On August 4, 2020, the New Mexico Supreme Court unanimously ruled that the governor may legally fine businesses that violate the New Mexico Public Health Emergency Response Act.
The case came to the supreme court after several businesses filed suit in the 9th Judicial District in Curry County. The state Republican Party helped organize the complaint against the governor. The plaintiffs claimed that the power of the governor to fine businesses that violated the Emergency Response Act was not inherent to the act itself. Chief Justice Michael Vigil, writing the court’s opinion, said, “The Legislature has clearly given the governor that authority.”
In response to the supreme court’s decision, Republican Party Chairman Steve Pearce said, “We are deeply disappointed in today’s Supreme Court decision… This ruling demonstrates the need to seek change at the polls this November by electing conservative judicial candidates who will help protect our freedoms and basic rights. What happens at the polls impacts what happens in our lives in New Mexico, and we must make a stand this fall on Election Day.”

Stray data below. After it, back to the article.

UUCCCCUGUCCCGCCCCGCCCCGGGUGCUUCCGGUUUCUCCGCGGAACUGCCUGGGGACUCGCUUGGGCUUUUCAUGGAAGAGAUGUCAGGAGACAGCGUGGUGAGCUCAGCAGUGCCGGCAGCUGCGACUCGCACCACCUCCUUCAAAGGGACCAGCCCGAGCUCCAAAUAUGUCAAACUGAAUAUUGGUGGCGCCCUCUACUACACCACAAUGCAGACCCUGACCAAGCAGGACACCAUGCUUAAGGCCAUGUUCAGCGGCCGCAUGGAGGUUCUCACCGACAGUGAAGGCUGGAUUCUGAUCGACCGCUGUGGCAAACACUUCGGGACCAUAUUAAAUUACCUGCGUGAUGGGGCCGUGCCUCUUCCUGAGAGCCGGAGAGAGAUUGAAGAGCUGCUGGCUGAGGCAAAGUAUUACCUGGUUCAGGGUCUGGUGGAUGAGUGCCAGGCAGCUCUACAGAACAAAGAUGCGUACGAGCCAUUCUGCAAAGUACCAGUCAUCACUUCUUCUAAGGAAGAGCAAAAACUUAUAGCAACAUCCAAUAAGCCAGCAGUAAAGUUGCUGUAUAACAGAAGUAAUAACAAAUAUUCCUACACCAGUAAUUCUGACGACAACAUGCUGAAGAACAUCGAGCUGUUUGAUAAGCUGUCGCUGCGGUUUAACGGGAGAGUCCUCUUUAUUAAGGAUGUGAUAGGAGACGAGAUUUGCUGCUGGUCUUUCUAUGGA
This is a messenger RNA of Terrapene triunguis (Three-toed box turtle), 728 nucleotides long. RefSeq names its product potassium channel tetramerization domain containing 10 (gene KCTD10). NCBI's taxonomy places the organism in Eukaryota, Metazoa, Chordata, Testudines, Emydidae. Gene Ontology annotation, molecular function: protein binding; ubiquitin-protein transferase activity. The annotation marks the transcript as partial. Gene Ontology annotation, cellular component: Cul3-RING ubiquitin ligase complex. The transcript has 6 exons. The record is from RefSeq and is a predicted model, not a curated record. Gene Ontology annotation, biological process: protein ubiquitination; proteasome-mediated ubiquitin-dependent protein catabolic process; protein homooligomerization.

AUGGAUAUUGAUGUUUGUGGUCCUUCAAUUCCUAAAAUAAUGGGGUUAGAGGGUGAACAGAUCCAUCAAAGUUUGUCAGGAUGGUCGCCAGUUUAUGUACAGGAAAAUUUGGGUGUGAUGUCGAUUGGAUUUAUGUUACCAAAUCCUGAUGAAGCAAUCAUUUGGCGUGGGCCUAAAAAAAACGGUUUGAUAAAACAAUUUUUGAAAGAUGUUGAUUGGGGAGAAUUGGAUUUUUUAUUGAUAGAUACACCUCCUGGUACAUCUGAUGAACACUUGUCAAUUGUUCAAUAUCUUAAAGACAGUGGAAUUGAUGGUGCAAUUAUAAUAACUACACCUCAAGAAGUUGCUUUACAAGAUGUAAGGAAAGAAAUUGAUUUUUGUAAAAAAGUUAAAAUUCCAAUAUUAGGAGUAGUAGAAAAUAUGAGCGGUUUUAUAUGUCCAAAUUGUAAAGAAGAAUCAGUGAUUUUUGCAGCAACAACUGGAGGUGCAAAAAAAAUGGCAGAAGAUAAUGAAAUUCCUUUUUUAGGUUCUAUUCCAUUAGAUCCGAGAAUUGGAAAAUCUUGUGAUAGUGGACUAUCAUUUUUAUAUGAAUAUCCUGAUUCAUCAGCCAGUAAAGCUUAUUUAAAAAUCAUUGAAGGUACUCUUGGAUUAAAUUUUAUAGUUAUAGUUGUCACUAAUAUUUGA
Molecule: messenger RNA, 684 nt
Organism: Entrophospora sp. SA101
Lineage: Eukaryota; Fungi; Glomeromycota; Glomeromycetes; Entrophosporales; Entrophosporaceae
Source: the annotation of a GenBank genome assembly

Gov. Michelle Lujan Grisham (D) tweeted in response to the court’s decision: “The state shouldn’t have to fine anybody…Doing the right thing in a crisis shouldn’t be something we have to argue about. But anyone endangering the lives of New Mexicans will face the consequences.”
The state supreme court may hear a similar case in the future. In July, the New Mexico Restaurant Association filed a lawsuit in a state District Court challenging the state’s authority to order establishments to close indoor dining again after briefly allowing the businesses to reopen at 50% capacity.
As of August 11, Ballotpedia has tracked 681 lawsuits filed in response to policies implemented to address the COVID-19 outbreak in the United States. Of these 681 suits, 189 have been filed in state-level courts (and 34 of those have been taken up by state supreme courts). The remaining lawsuits have been filed in the federal judiciary.